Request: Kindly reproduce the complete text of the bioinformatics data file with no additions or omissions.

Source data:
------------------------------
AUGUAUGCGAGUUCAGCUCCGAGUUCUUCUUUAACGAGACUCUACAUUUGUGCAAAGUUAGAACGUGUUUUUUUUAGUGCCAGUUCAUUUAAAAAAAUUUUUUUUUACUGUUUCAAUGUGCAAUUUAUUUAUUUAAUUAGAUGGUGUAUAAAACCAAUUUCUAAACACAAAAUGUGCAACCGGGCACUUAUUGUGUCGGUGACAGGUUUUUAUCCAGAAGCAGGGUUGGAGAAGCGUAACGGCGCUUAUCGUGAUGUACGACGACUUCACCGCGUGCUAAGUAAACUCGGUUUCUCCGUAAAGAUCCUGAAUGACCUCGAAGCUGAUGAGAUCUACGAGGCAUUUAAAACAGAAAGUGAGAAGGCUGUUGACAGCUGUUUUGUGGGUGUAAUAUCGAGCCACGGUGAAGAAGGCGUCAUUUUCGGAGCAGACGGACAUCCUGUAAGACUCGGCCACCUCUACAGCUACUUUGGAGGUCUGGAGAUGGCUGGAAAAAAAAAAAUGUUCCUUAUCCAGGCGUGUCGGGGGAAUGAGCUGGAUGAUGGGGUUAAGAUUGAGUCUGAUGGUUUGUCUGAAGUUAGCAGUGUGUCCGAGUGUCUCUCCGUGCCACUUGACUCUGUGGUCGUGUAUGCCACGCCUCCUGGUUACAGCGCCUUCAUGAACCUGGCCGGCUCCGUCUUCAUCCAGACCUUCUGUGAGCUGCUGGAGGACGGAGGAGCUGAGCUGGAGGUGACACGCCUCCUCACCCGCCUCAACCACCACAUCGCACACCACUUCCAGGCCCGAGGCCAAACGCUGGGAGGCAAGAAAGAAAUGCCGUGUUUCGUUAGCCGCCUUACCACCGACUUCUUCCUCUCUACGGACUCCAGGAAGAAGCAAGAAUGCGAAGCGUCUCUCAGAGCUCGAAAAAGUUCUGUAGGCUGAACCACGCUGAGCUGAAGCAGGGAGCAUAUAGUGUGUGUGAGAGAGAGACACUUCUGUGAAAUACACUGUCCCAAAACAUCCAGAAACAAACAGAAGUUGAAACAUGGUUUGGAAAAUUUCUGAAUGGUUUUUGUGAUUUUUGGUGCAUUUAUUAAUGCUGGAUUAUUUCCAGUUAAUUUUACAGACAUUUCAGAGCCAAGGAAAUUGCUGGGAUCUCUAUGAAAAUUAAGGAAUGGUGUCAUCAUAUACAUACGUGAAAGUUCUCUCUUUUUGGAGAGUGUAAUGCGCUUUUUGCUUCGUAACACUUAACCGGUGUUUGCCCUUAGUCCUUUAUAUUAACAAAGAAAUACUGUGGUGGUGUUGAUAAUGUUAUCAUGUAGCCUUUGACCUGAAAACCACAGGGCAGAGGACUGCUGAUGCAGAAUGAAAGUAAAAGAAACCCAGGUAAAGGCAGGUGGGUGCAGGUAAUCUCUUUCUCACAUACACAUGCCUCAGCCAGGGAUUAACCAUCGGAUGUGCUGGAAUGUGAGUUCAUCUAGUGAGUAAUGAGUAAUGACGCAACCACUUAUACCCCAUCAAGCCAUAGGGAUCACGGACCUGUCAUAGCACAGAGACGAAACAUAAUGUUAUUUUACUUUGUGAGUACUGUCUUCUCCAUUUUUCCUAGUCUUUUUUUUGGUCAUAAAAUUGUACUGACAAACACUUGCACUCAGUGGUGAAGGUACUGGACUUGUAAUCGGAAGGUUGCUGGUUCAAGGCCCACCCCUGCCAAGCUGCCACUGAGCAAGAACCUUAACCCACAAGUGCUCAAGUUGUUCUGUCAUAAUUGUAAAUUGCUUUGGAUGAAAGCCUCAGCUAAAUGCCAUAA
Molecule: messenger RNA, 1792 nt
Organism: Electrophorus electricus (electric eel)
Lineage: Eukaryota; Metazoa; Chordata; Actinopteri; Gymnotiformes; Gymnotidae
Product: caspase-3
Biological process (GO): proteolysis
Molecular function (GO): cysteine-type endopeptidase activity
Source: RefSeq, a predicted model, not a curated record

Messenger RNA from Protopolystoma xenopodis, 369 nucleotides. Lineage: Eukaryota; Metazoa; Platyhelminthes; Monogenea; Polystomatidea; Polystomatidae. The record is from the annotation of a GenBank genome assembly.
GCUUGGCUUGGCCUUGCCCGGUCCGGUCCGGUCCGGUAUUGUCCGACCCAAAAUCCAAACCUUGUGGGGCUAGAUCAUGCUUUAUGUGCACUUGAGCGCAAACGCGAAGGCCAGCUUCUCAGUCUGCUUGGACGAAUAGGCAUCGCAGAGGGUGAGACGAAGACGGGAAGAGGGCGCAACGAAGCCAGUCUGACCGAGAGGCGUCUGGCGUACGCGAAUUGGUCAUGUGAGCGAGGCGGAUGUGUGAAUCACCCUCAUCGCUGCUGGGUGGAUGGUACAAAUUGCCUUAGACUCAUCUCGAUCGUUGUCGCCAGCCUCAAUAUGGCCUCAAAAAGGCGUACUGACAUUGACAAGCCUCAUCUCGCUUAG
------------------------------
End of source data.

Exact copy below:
AUGUAUGCGAGUUCAGCUCCGAGUUCUUCUUUAACGAGACUCUACAUUUGUGCAAAGUUAGAACGUGUUUUUUUUAGUGCCAGUUCAUUUAAAAAAAUUUUUUUUUACUGUUUCAAUGUGCAAUUUAUUUAUUUAAUUAGAUGGUGUAUAAAACCAAUUUCUAAACACAAAAUGUGCAACCGGGCACUUAUUGUGUCGGUGACAGGUUUUUAUCCAGAAGCAGGGUUGGAGAAGCGUAACGGCGCUUAUCGUGAUGUACGACGACUUCACCGCGUGCUAAGUAAACUCGGUUUCUCCGUAAAGAUCCUGAAUGACCUCGAAGCUGAUGAGAUCUACGAGGCAUUUAAAACAGAAAGUGAGAAGGCUGUUGACAGCUGUUUUGUGGGUGUAAUAUCGAGCCACGGUGAAGAAGGCGUCAUUUUCGGAGCAGACGGACAUCCUGUAAGACUCGGCCACCUCUACAGCUACUUUGGAGGUCUGGAGAUGGCUGGAAAAAAAAAAAUGUUCCUUAUCCAGGCGUGUCGGGGGAAUGAGCUGGAUGAUGGGGUUAAGAUUGAGUCUGAUGGUUUGUCUGAAGUUAGCAGUGUGUCCGAGUGUCUCUCCGUGCCACUUGACUCUGUGGUCGUGUAUGCCACGCCUCCUGGUUACAGCGCCUUCAUGAACCUGGCCGGCUCCGUCUUCAUCCAGACCUUCUGUGAGCUGCUGGAGGACGGAGGAGCUGAGCUGGAGGUGACACGCCUCCUCACCCGCCUCAACCACCACAUCGCACACCACUUCCAGGCCCGAGGCCAAACGCUGGGAGGCAAGAAAGAAAUGCCGUGUUUCGUUAGCCGCCUUACCACCGACUUCUUCCUCUCUACGGACUCCAGGAAGAAGCAAGAAUGCGAAGCGUCUCUCAGAGCUCGAAAAAGUUCUGUAGGCUGAACCACGCUGAGCUGAAGCAGGGAGCAUAUAGUGUGUGUGAGAGAGAGACACUUCUGUGAAAUACACUGUCCCAAAACAUCCAGAAACAAACAGAAGUUGAAACAUGGUUUGGAAAAUUUCUGAAUGGUUUUUGUGAUUUUUGGUGCAUUUAUUAAUGCUGGAUUAUUUCCAGUUAAUUUUACAGACAUUUCAGAGCCAAGGAAAUUGCUGGGAUCUCUAUGAAAAUUAAGGAAUGGUGUCAUCAUAUACAUACGUGAAAGUUCUCUCUUUUUGGAGAGUGUAAUGCGCUUUUUGCUUCGUAACACUUAACCGGUGUUUGCCCUUAGUCCUUUAUAUUAACAAAGAAAUACUGUGGUGGUGUUGAUAAUGUUAUCAUGUAGCCUUUGACCUGAAAACCACAGGGCAGAGGACUGCUGAUGCAGAAUGAAAGUAAAAGAAACCCAGGUAAAGGCAGGUGGGUGCAGGUAAUCUCUUUCUCACAUACACAUGCCUCAGCCAGGGAUUAACCAUCGGAUGUGCUGGAAUGUGAGUUCAUCUAGUGAGUAAUGAGUAAUGACGCAACCACUUAUACCCCAUCAAGCCAUAGGGAUCACGGACCUGUCAUAGCACAGAGACGAAACAUAAUGUUAUUUUACUUUGUGAGUACUGUCUUCUCCAUUUUUCCUAGUCUUUUUUUUGGUCAUAAAAUUGUACUGACAAACACUUGCACUCAGUGGUGAAGGUACUGGACUUGUAAUCGGAAGGUUGCUGGUUCAAGGCCCACCCCUGCCAAGCUGCCACUGAGCAAGAACCUUAACCCACAAGUGCUCAAGUUGUUCUGUCAUAAUUGUAAAUUGCUUUGGAUGAAAGCCUCAGCUAAAUGCCAUAA
Molecule: messenger RNA, 1792 nt
Organism: Electrophorus electricus (electric eel)
Lineage: Eukaryota; Metazoa; Chordata; Actinopteri; Gymnotiformes; Gymnotidae
Product: caspase-3
Biological process (GO): proteolysis
Molecular function (GO): cysteine-type endopeptidase activity
Source: RefSeq, a predicted model, not a curated record

Messenger RNA from Protopolystoma xenopodis, 369 nucleotides. Lineage: Eukaryota; Metazoa; Platyhelminthes; Monogenea; Polystomatidea; Polystomatidae. The record is from the annotation of a GenBank genome assembly.
GCUUGGCUUGGCCUUGCCCGGUCCGGUCCGGUCCGGUAUUGUCCGACCCAAAAUCCAAACCUUGUGGGGCUAGAUCAUGCUUUAUGUGCACUUGAGCGCAAACGCGAAGGCCAGCUUCUCAGUCUGCUUGGACGAAUAGGCAUCGCAGAGGGUGAGACGAAGACGGGAAGAGGGCGCAACGAAGCCAGUCUGACCGAGAGGCGUCUGGCGUACGCGAAUUGGUCAUGUGAGCGAGGCGGAUGUGUGAAUCACCCUCAUCGCUGCUGGGUGGAUGGUACAAAUUGCCUUAGACUCAUCUCGAUCGUUGUCGCCAGCCUCAAUAUGGCCUCAAAAAGGCGUACUGACAUUGACAAGCCUCAUCUCGCUUAG